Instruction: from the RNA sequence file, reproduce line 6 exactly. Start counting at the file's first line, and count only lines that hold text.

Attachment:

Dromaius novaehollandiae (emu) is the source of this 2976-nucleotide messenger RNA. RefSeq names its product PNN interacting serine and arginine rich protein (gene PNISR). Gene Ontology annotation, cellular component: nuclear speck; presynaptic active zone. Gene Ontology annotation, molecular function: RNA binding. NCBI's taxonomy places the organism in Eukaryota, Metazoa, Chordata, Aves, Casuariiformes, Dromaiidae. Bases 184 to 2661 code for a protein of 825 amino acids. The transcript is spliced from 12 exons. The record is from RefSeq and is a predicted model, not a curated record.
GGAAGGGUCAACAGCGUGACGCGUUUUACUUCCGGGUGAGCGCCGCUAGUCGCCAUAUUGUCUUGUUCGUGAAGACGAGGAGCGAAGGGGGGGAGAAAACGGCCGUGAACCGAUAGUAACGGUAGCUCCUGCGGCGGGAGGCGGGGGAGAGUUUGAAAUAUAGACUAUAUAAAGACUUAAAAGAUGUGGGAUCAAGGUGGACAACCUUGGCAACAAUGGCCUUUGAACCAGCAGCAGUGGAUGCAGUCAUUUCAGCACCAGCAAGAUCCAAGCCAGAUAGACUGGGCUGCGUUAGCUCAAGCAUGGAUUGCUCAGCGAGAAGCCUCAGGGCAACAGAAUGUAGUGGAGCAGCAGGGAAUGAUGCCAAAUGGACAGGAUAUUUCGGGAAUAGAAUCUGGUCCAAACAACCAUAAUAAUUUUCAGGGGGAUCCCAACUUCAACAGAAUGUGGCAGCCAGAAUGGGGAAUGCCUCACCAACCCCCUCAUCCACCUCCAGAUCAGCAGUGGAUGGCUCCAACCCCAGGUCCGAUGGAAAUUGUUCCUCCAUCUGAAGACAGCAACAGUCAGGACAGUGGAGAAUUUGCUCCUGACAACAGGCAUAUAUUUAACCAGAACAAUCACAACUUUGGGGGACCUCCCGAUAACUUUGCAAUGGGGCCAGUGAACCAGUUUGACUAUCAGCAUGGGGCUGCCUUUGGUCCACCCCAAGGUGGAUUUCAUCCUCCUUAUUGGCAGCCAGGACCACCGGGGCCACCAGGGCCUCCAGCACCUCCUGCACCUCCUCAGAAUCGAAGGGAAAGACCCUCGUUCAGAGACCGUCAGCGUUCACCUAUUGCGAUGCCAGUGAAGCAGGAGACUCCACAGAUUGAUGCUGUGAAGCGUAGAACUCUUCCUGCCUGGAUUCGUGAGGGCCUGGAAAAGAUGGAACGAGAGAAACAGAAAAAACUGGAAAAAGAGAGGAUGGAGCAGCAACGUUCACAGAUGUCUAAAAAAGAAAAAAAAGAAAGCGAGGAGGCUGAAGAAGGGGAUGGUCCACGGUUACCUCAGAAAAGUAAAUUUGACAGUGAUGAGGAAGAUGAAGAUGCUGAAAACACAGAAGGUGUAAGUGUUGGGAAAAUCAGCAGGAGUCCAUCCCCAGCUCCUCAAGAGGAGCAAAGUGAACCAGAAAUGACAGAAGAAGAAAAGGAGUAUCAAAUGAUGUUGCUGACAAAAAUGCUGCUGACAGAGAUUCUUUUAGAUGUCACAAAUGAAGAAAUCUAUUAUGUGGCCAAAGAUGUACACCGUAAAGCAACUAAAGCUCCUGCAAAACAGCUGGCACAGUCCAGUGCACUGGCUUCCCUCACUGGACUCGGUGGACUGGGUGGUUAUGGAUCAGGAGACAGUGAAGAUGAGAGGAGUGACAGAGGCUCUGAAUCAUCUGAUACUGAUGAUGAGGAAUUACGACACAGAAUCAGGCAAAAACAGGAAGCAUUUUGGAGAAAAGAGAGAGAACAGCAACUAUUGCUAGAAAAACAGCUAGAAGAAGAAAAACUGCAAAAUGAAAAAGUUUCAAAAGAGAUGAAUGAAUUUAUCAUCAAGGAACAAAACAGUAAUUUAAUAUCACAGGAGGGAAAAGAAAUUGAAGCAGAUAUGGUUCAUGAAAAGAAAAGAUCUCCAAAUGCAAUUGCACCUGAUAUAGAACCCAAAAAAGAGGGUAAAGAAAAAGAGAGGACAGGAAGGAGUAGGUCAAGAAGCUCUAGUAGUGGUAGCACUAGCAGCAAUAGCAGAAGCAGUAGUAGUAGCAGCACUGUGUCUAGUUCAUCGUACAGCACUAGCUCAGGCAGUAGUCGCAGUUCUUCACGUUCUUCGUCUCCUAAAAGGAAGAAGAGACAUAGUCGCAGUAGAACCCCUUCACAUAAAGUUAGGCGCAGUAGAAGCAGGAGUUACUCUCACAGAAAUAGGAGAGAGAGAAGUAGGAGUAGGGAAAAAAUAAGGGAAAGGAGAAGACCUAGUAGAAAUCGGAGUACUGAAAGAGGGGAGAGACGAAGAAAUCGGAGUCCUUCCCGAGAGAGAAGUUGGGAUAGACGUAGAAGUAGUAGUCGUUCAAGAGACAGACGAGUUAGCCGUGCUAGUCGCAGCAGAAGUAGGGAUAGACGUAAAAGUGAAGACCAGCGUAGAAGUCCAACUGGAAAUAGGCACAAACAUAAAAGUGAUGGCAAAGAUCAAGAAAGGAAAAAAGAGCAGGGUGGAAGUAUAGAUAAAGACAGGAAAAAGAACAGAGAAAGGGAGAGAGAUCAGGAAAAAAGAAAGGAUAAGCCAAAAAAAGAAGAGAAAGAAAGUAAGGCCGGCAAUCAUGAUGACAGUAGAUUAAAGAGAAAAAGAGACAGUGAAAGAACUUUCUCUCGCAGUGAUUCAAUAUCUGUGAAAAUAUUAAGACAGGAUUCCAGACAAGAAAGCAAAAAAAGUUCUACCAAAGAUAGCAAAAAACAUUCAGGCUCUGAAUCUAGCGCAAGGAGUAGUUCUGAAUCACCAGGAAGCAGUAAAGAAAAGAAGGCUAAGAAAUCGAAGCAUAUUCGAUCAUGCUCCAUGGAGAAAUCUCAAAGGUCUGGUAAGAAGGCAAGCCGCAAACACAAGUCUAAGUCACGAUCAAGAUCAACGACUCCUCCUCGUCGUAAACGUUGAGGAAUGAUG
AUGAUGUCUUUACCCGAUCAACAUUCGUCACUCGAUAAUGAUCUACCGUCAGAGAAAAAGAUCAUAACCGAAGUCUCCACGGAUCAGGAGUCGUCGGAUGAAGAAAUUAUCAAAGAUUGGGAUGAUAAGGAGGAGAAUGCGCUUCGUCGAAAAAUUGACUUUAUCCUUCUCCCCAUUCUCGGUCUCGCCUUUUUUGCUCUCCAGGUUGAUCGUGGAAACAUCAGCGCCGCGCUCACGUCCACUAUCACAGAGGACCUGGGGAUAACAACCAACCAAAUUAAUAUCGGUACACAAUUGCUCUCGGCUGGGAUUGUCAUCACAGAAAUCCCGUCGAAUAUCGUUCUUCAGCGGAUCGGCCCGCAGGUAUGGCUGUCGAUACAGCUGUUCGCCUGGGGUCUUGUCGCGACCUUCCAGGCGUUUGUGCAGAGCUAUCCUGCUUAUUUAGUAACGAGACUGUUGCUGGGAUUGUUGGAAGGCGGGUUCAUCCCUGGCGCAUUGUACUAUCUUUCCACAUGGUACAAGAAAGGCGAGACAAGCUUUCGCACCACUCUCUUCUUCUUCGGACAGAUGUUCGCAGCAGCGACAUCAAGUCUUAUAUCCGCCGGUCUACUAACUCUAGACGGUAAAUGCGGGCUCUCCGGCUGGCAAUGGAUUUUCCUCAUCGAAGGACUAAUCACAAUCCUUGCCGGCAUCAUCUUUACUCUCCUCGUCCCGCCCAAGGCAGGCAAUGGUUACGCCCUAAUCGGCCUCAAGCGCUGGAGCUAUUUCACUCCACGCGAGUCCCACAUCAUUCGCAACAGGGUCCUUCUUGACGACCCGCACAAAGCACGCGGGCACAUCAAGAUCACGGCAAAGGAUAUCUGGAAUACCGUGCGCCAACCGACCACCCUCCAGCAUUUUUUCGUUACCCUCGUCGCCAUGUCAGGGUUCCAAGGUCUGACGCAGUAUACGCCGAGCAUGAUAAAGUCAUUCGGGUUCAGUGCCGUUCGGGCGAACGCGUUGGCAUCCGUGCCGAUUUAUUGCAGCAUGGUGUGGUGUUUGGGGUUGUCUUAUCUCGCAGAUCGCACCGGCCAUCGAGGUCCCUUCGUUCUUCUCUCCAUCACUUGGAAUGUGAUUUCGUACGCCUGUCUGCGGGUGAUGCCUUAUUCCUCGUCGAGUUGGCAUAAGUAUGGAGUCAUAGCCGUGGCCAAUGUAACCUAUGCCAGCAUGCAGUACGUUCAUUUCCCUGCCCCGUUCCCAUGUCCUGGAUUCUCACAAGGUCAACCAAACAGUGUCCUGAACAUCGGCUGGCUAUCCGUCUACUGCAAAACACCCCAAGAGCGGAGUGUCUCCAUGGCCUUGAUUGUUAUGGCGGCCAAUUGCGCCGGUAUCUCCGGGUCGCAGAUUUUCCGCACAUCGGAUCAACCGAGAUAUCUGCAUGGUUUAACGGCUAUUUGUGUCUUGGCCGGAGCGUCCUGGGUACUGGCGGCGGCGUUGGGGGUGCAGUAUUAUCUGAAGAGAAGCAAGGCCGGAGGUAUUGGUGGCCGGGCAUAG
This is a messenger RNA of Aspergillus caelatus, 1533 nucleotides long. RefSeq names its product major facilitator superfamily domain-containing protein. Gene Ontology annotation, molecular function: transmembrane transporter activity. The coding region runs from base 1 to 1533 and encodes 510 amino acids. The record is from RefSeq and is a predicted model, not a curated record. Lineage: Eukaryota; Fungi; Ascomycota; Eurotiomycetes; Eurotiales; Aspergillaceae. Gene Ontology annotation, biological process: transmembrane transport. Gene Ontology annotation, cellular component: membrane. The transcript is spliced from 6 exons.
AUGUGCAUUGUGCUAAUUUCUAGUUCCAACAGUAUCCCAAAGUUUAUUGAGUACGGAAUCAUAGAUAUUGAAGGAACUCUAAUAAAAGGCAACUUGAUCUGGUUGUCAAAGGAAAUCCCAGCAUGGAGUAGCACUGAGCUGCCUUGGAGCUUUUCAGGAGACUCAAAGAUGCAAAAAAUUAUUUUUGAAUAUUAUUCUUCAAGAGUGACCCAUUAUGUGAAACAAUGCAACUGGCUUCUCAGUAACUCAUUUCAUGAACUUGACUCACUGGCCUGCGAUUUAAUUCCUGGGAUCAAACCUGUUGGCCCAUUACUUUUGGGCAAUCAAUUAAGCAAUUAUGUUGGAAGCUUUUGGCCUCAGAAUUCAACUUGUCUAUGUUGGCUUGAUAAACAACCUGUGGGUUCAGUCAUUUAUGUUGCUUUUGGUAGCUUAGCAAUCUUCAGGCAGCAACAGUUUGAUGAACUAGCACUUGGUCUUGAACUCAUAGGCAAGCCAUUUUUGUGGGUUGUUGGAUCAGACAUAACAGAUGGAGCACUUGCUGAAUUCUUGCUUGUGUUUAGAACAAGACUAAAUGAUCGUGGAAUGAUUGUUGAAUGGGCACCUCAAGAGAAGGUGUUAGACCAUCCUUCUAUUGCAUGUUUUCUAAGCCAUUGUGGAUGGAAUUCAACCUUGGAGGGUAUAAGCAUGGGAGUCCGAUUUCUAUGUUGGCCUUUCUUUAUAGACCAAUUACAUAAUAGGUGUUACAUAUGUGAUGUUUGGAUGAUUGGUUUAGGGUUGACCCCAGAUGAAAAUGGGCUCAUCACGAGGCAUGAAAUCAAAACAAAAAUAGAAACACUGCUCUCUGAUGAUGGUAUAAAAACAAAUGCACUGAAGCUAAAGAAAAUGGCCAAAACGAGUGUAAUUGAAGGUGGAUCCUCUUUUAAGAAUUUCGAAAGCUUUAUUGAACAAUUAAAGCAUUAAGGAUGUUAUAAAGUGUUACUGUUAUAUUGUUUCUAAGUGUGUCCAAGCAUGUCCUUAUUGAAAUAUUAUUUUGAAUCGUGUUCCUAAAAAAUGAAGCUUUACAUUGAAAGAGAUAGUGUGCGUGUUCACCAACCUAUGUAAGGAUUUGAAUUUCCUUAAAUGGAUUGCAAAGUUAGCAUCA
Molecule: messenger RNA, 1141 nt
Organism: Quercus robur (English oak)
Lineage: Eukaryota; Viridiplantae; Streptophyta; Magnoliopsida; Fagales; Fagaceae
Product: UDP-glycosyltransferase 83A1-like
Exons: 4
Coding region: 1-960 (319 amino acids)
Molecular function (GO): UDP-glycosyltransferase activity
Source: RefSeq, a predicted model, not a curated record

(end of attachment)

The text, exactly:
Molecule: messenger RNA, 1141 nt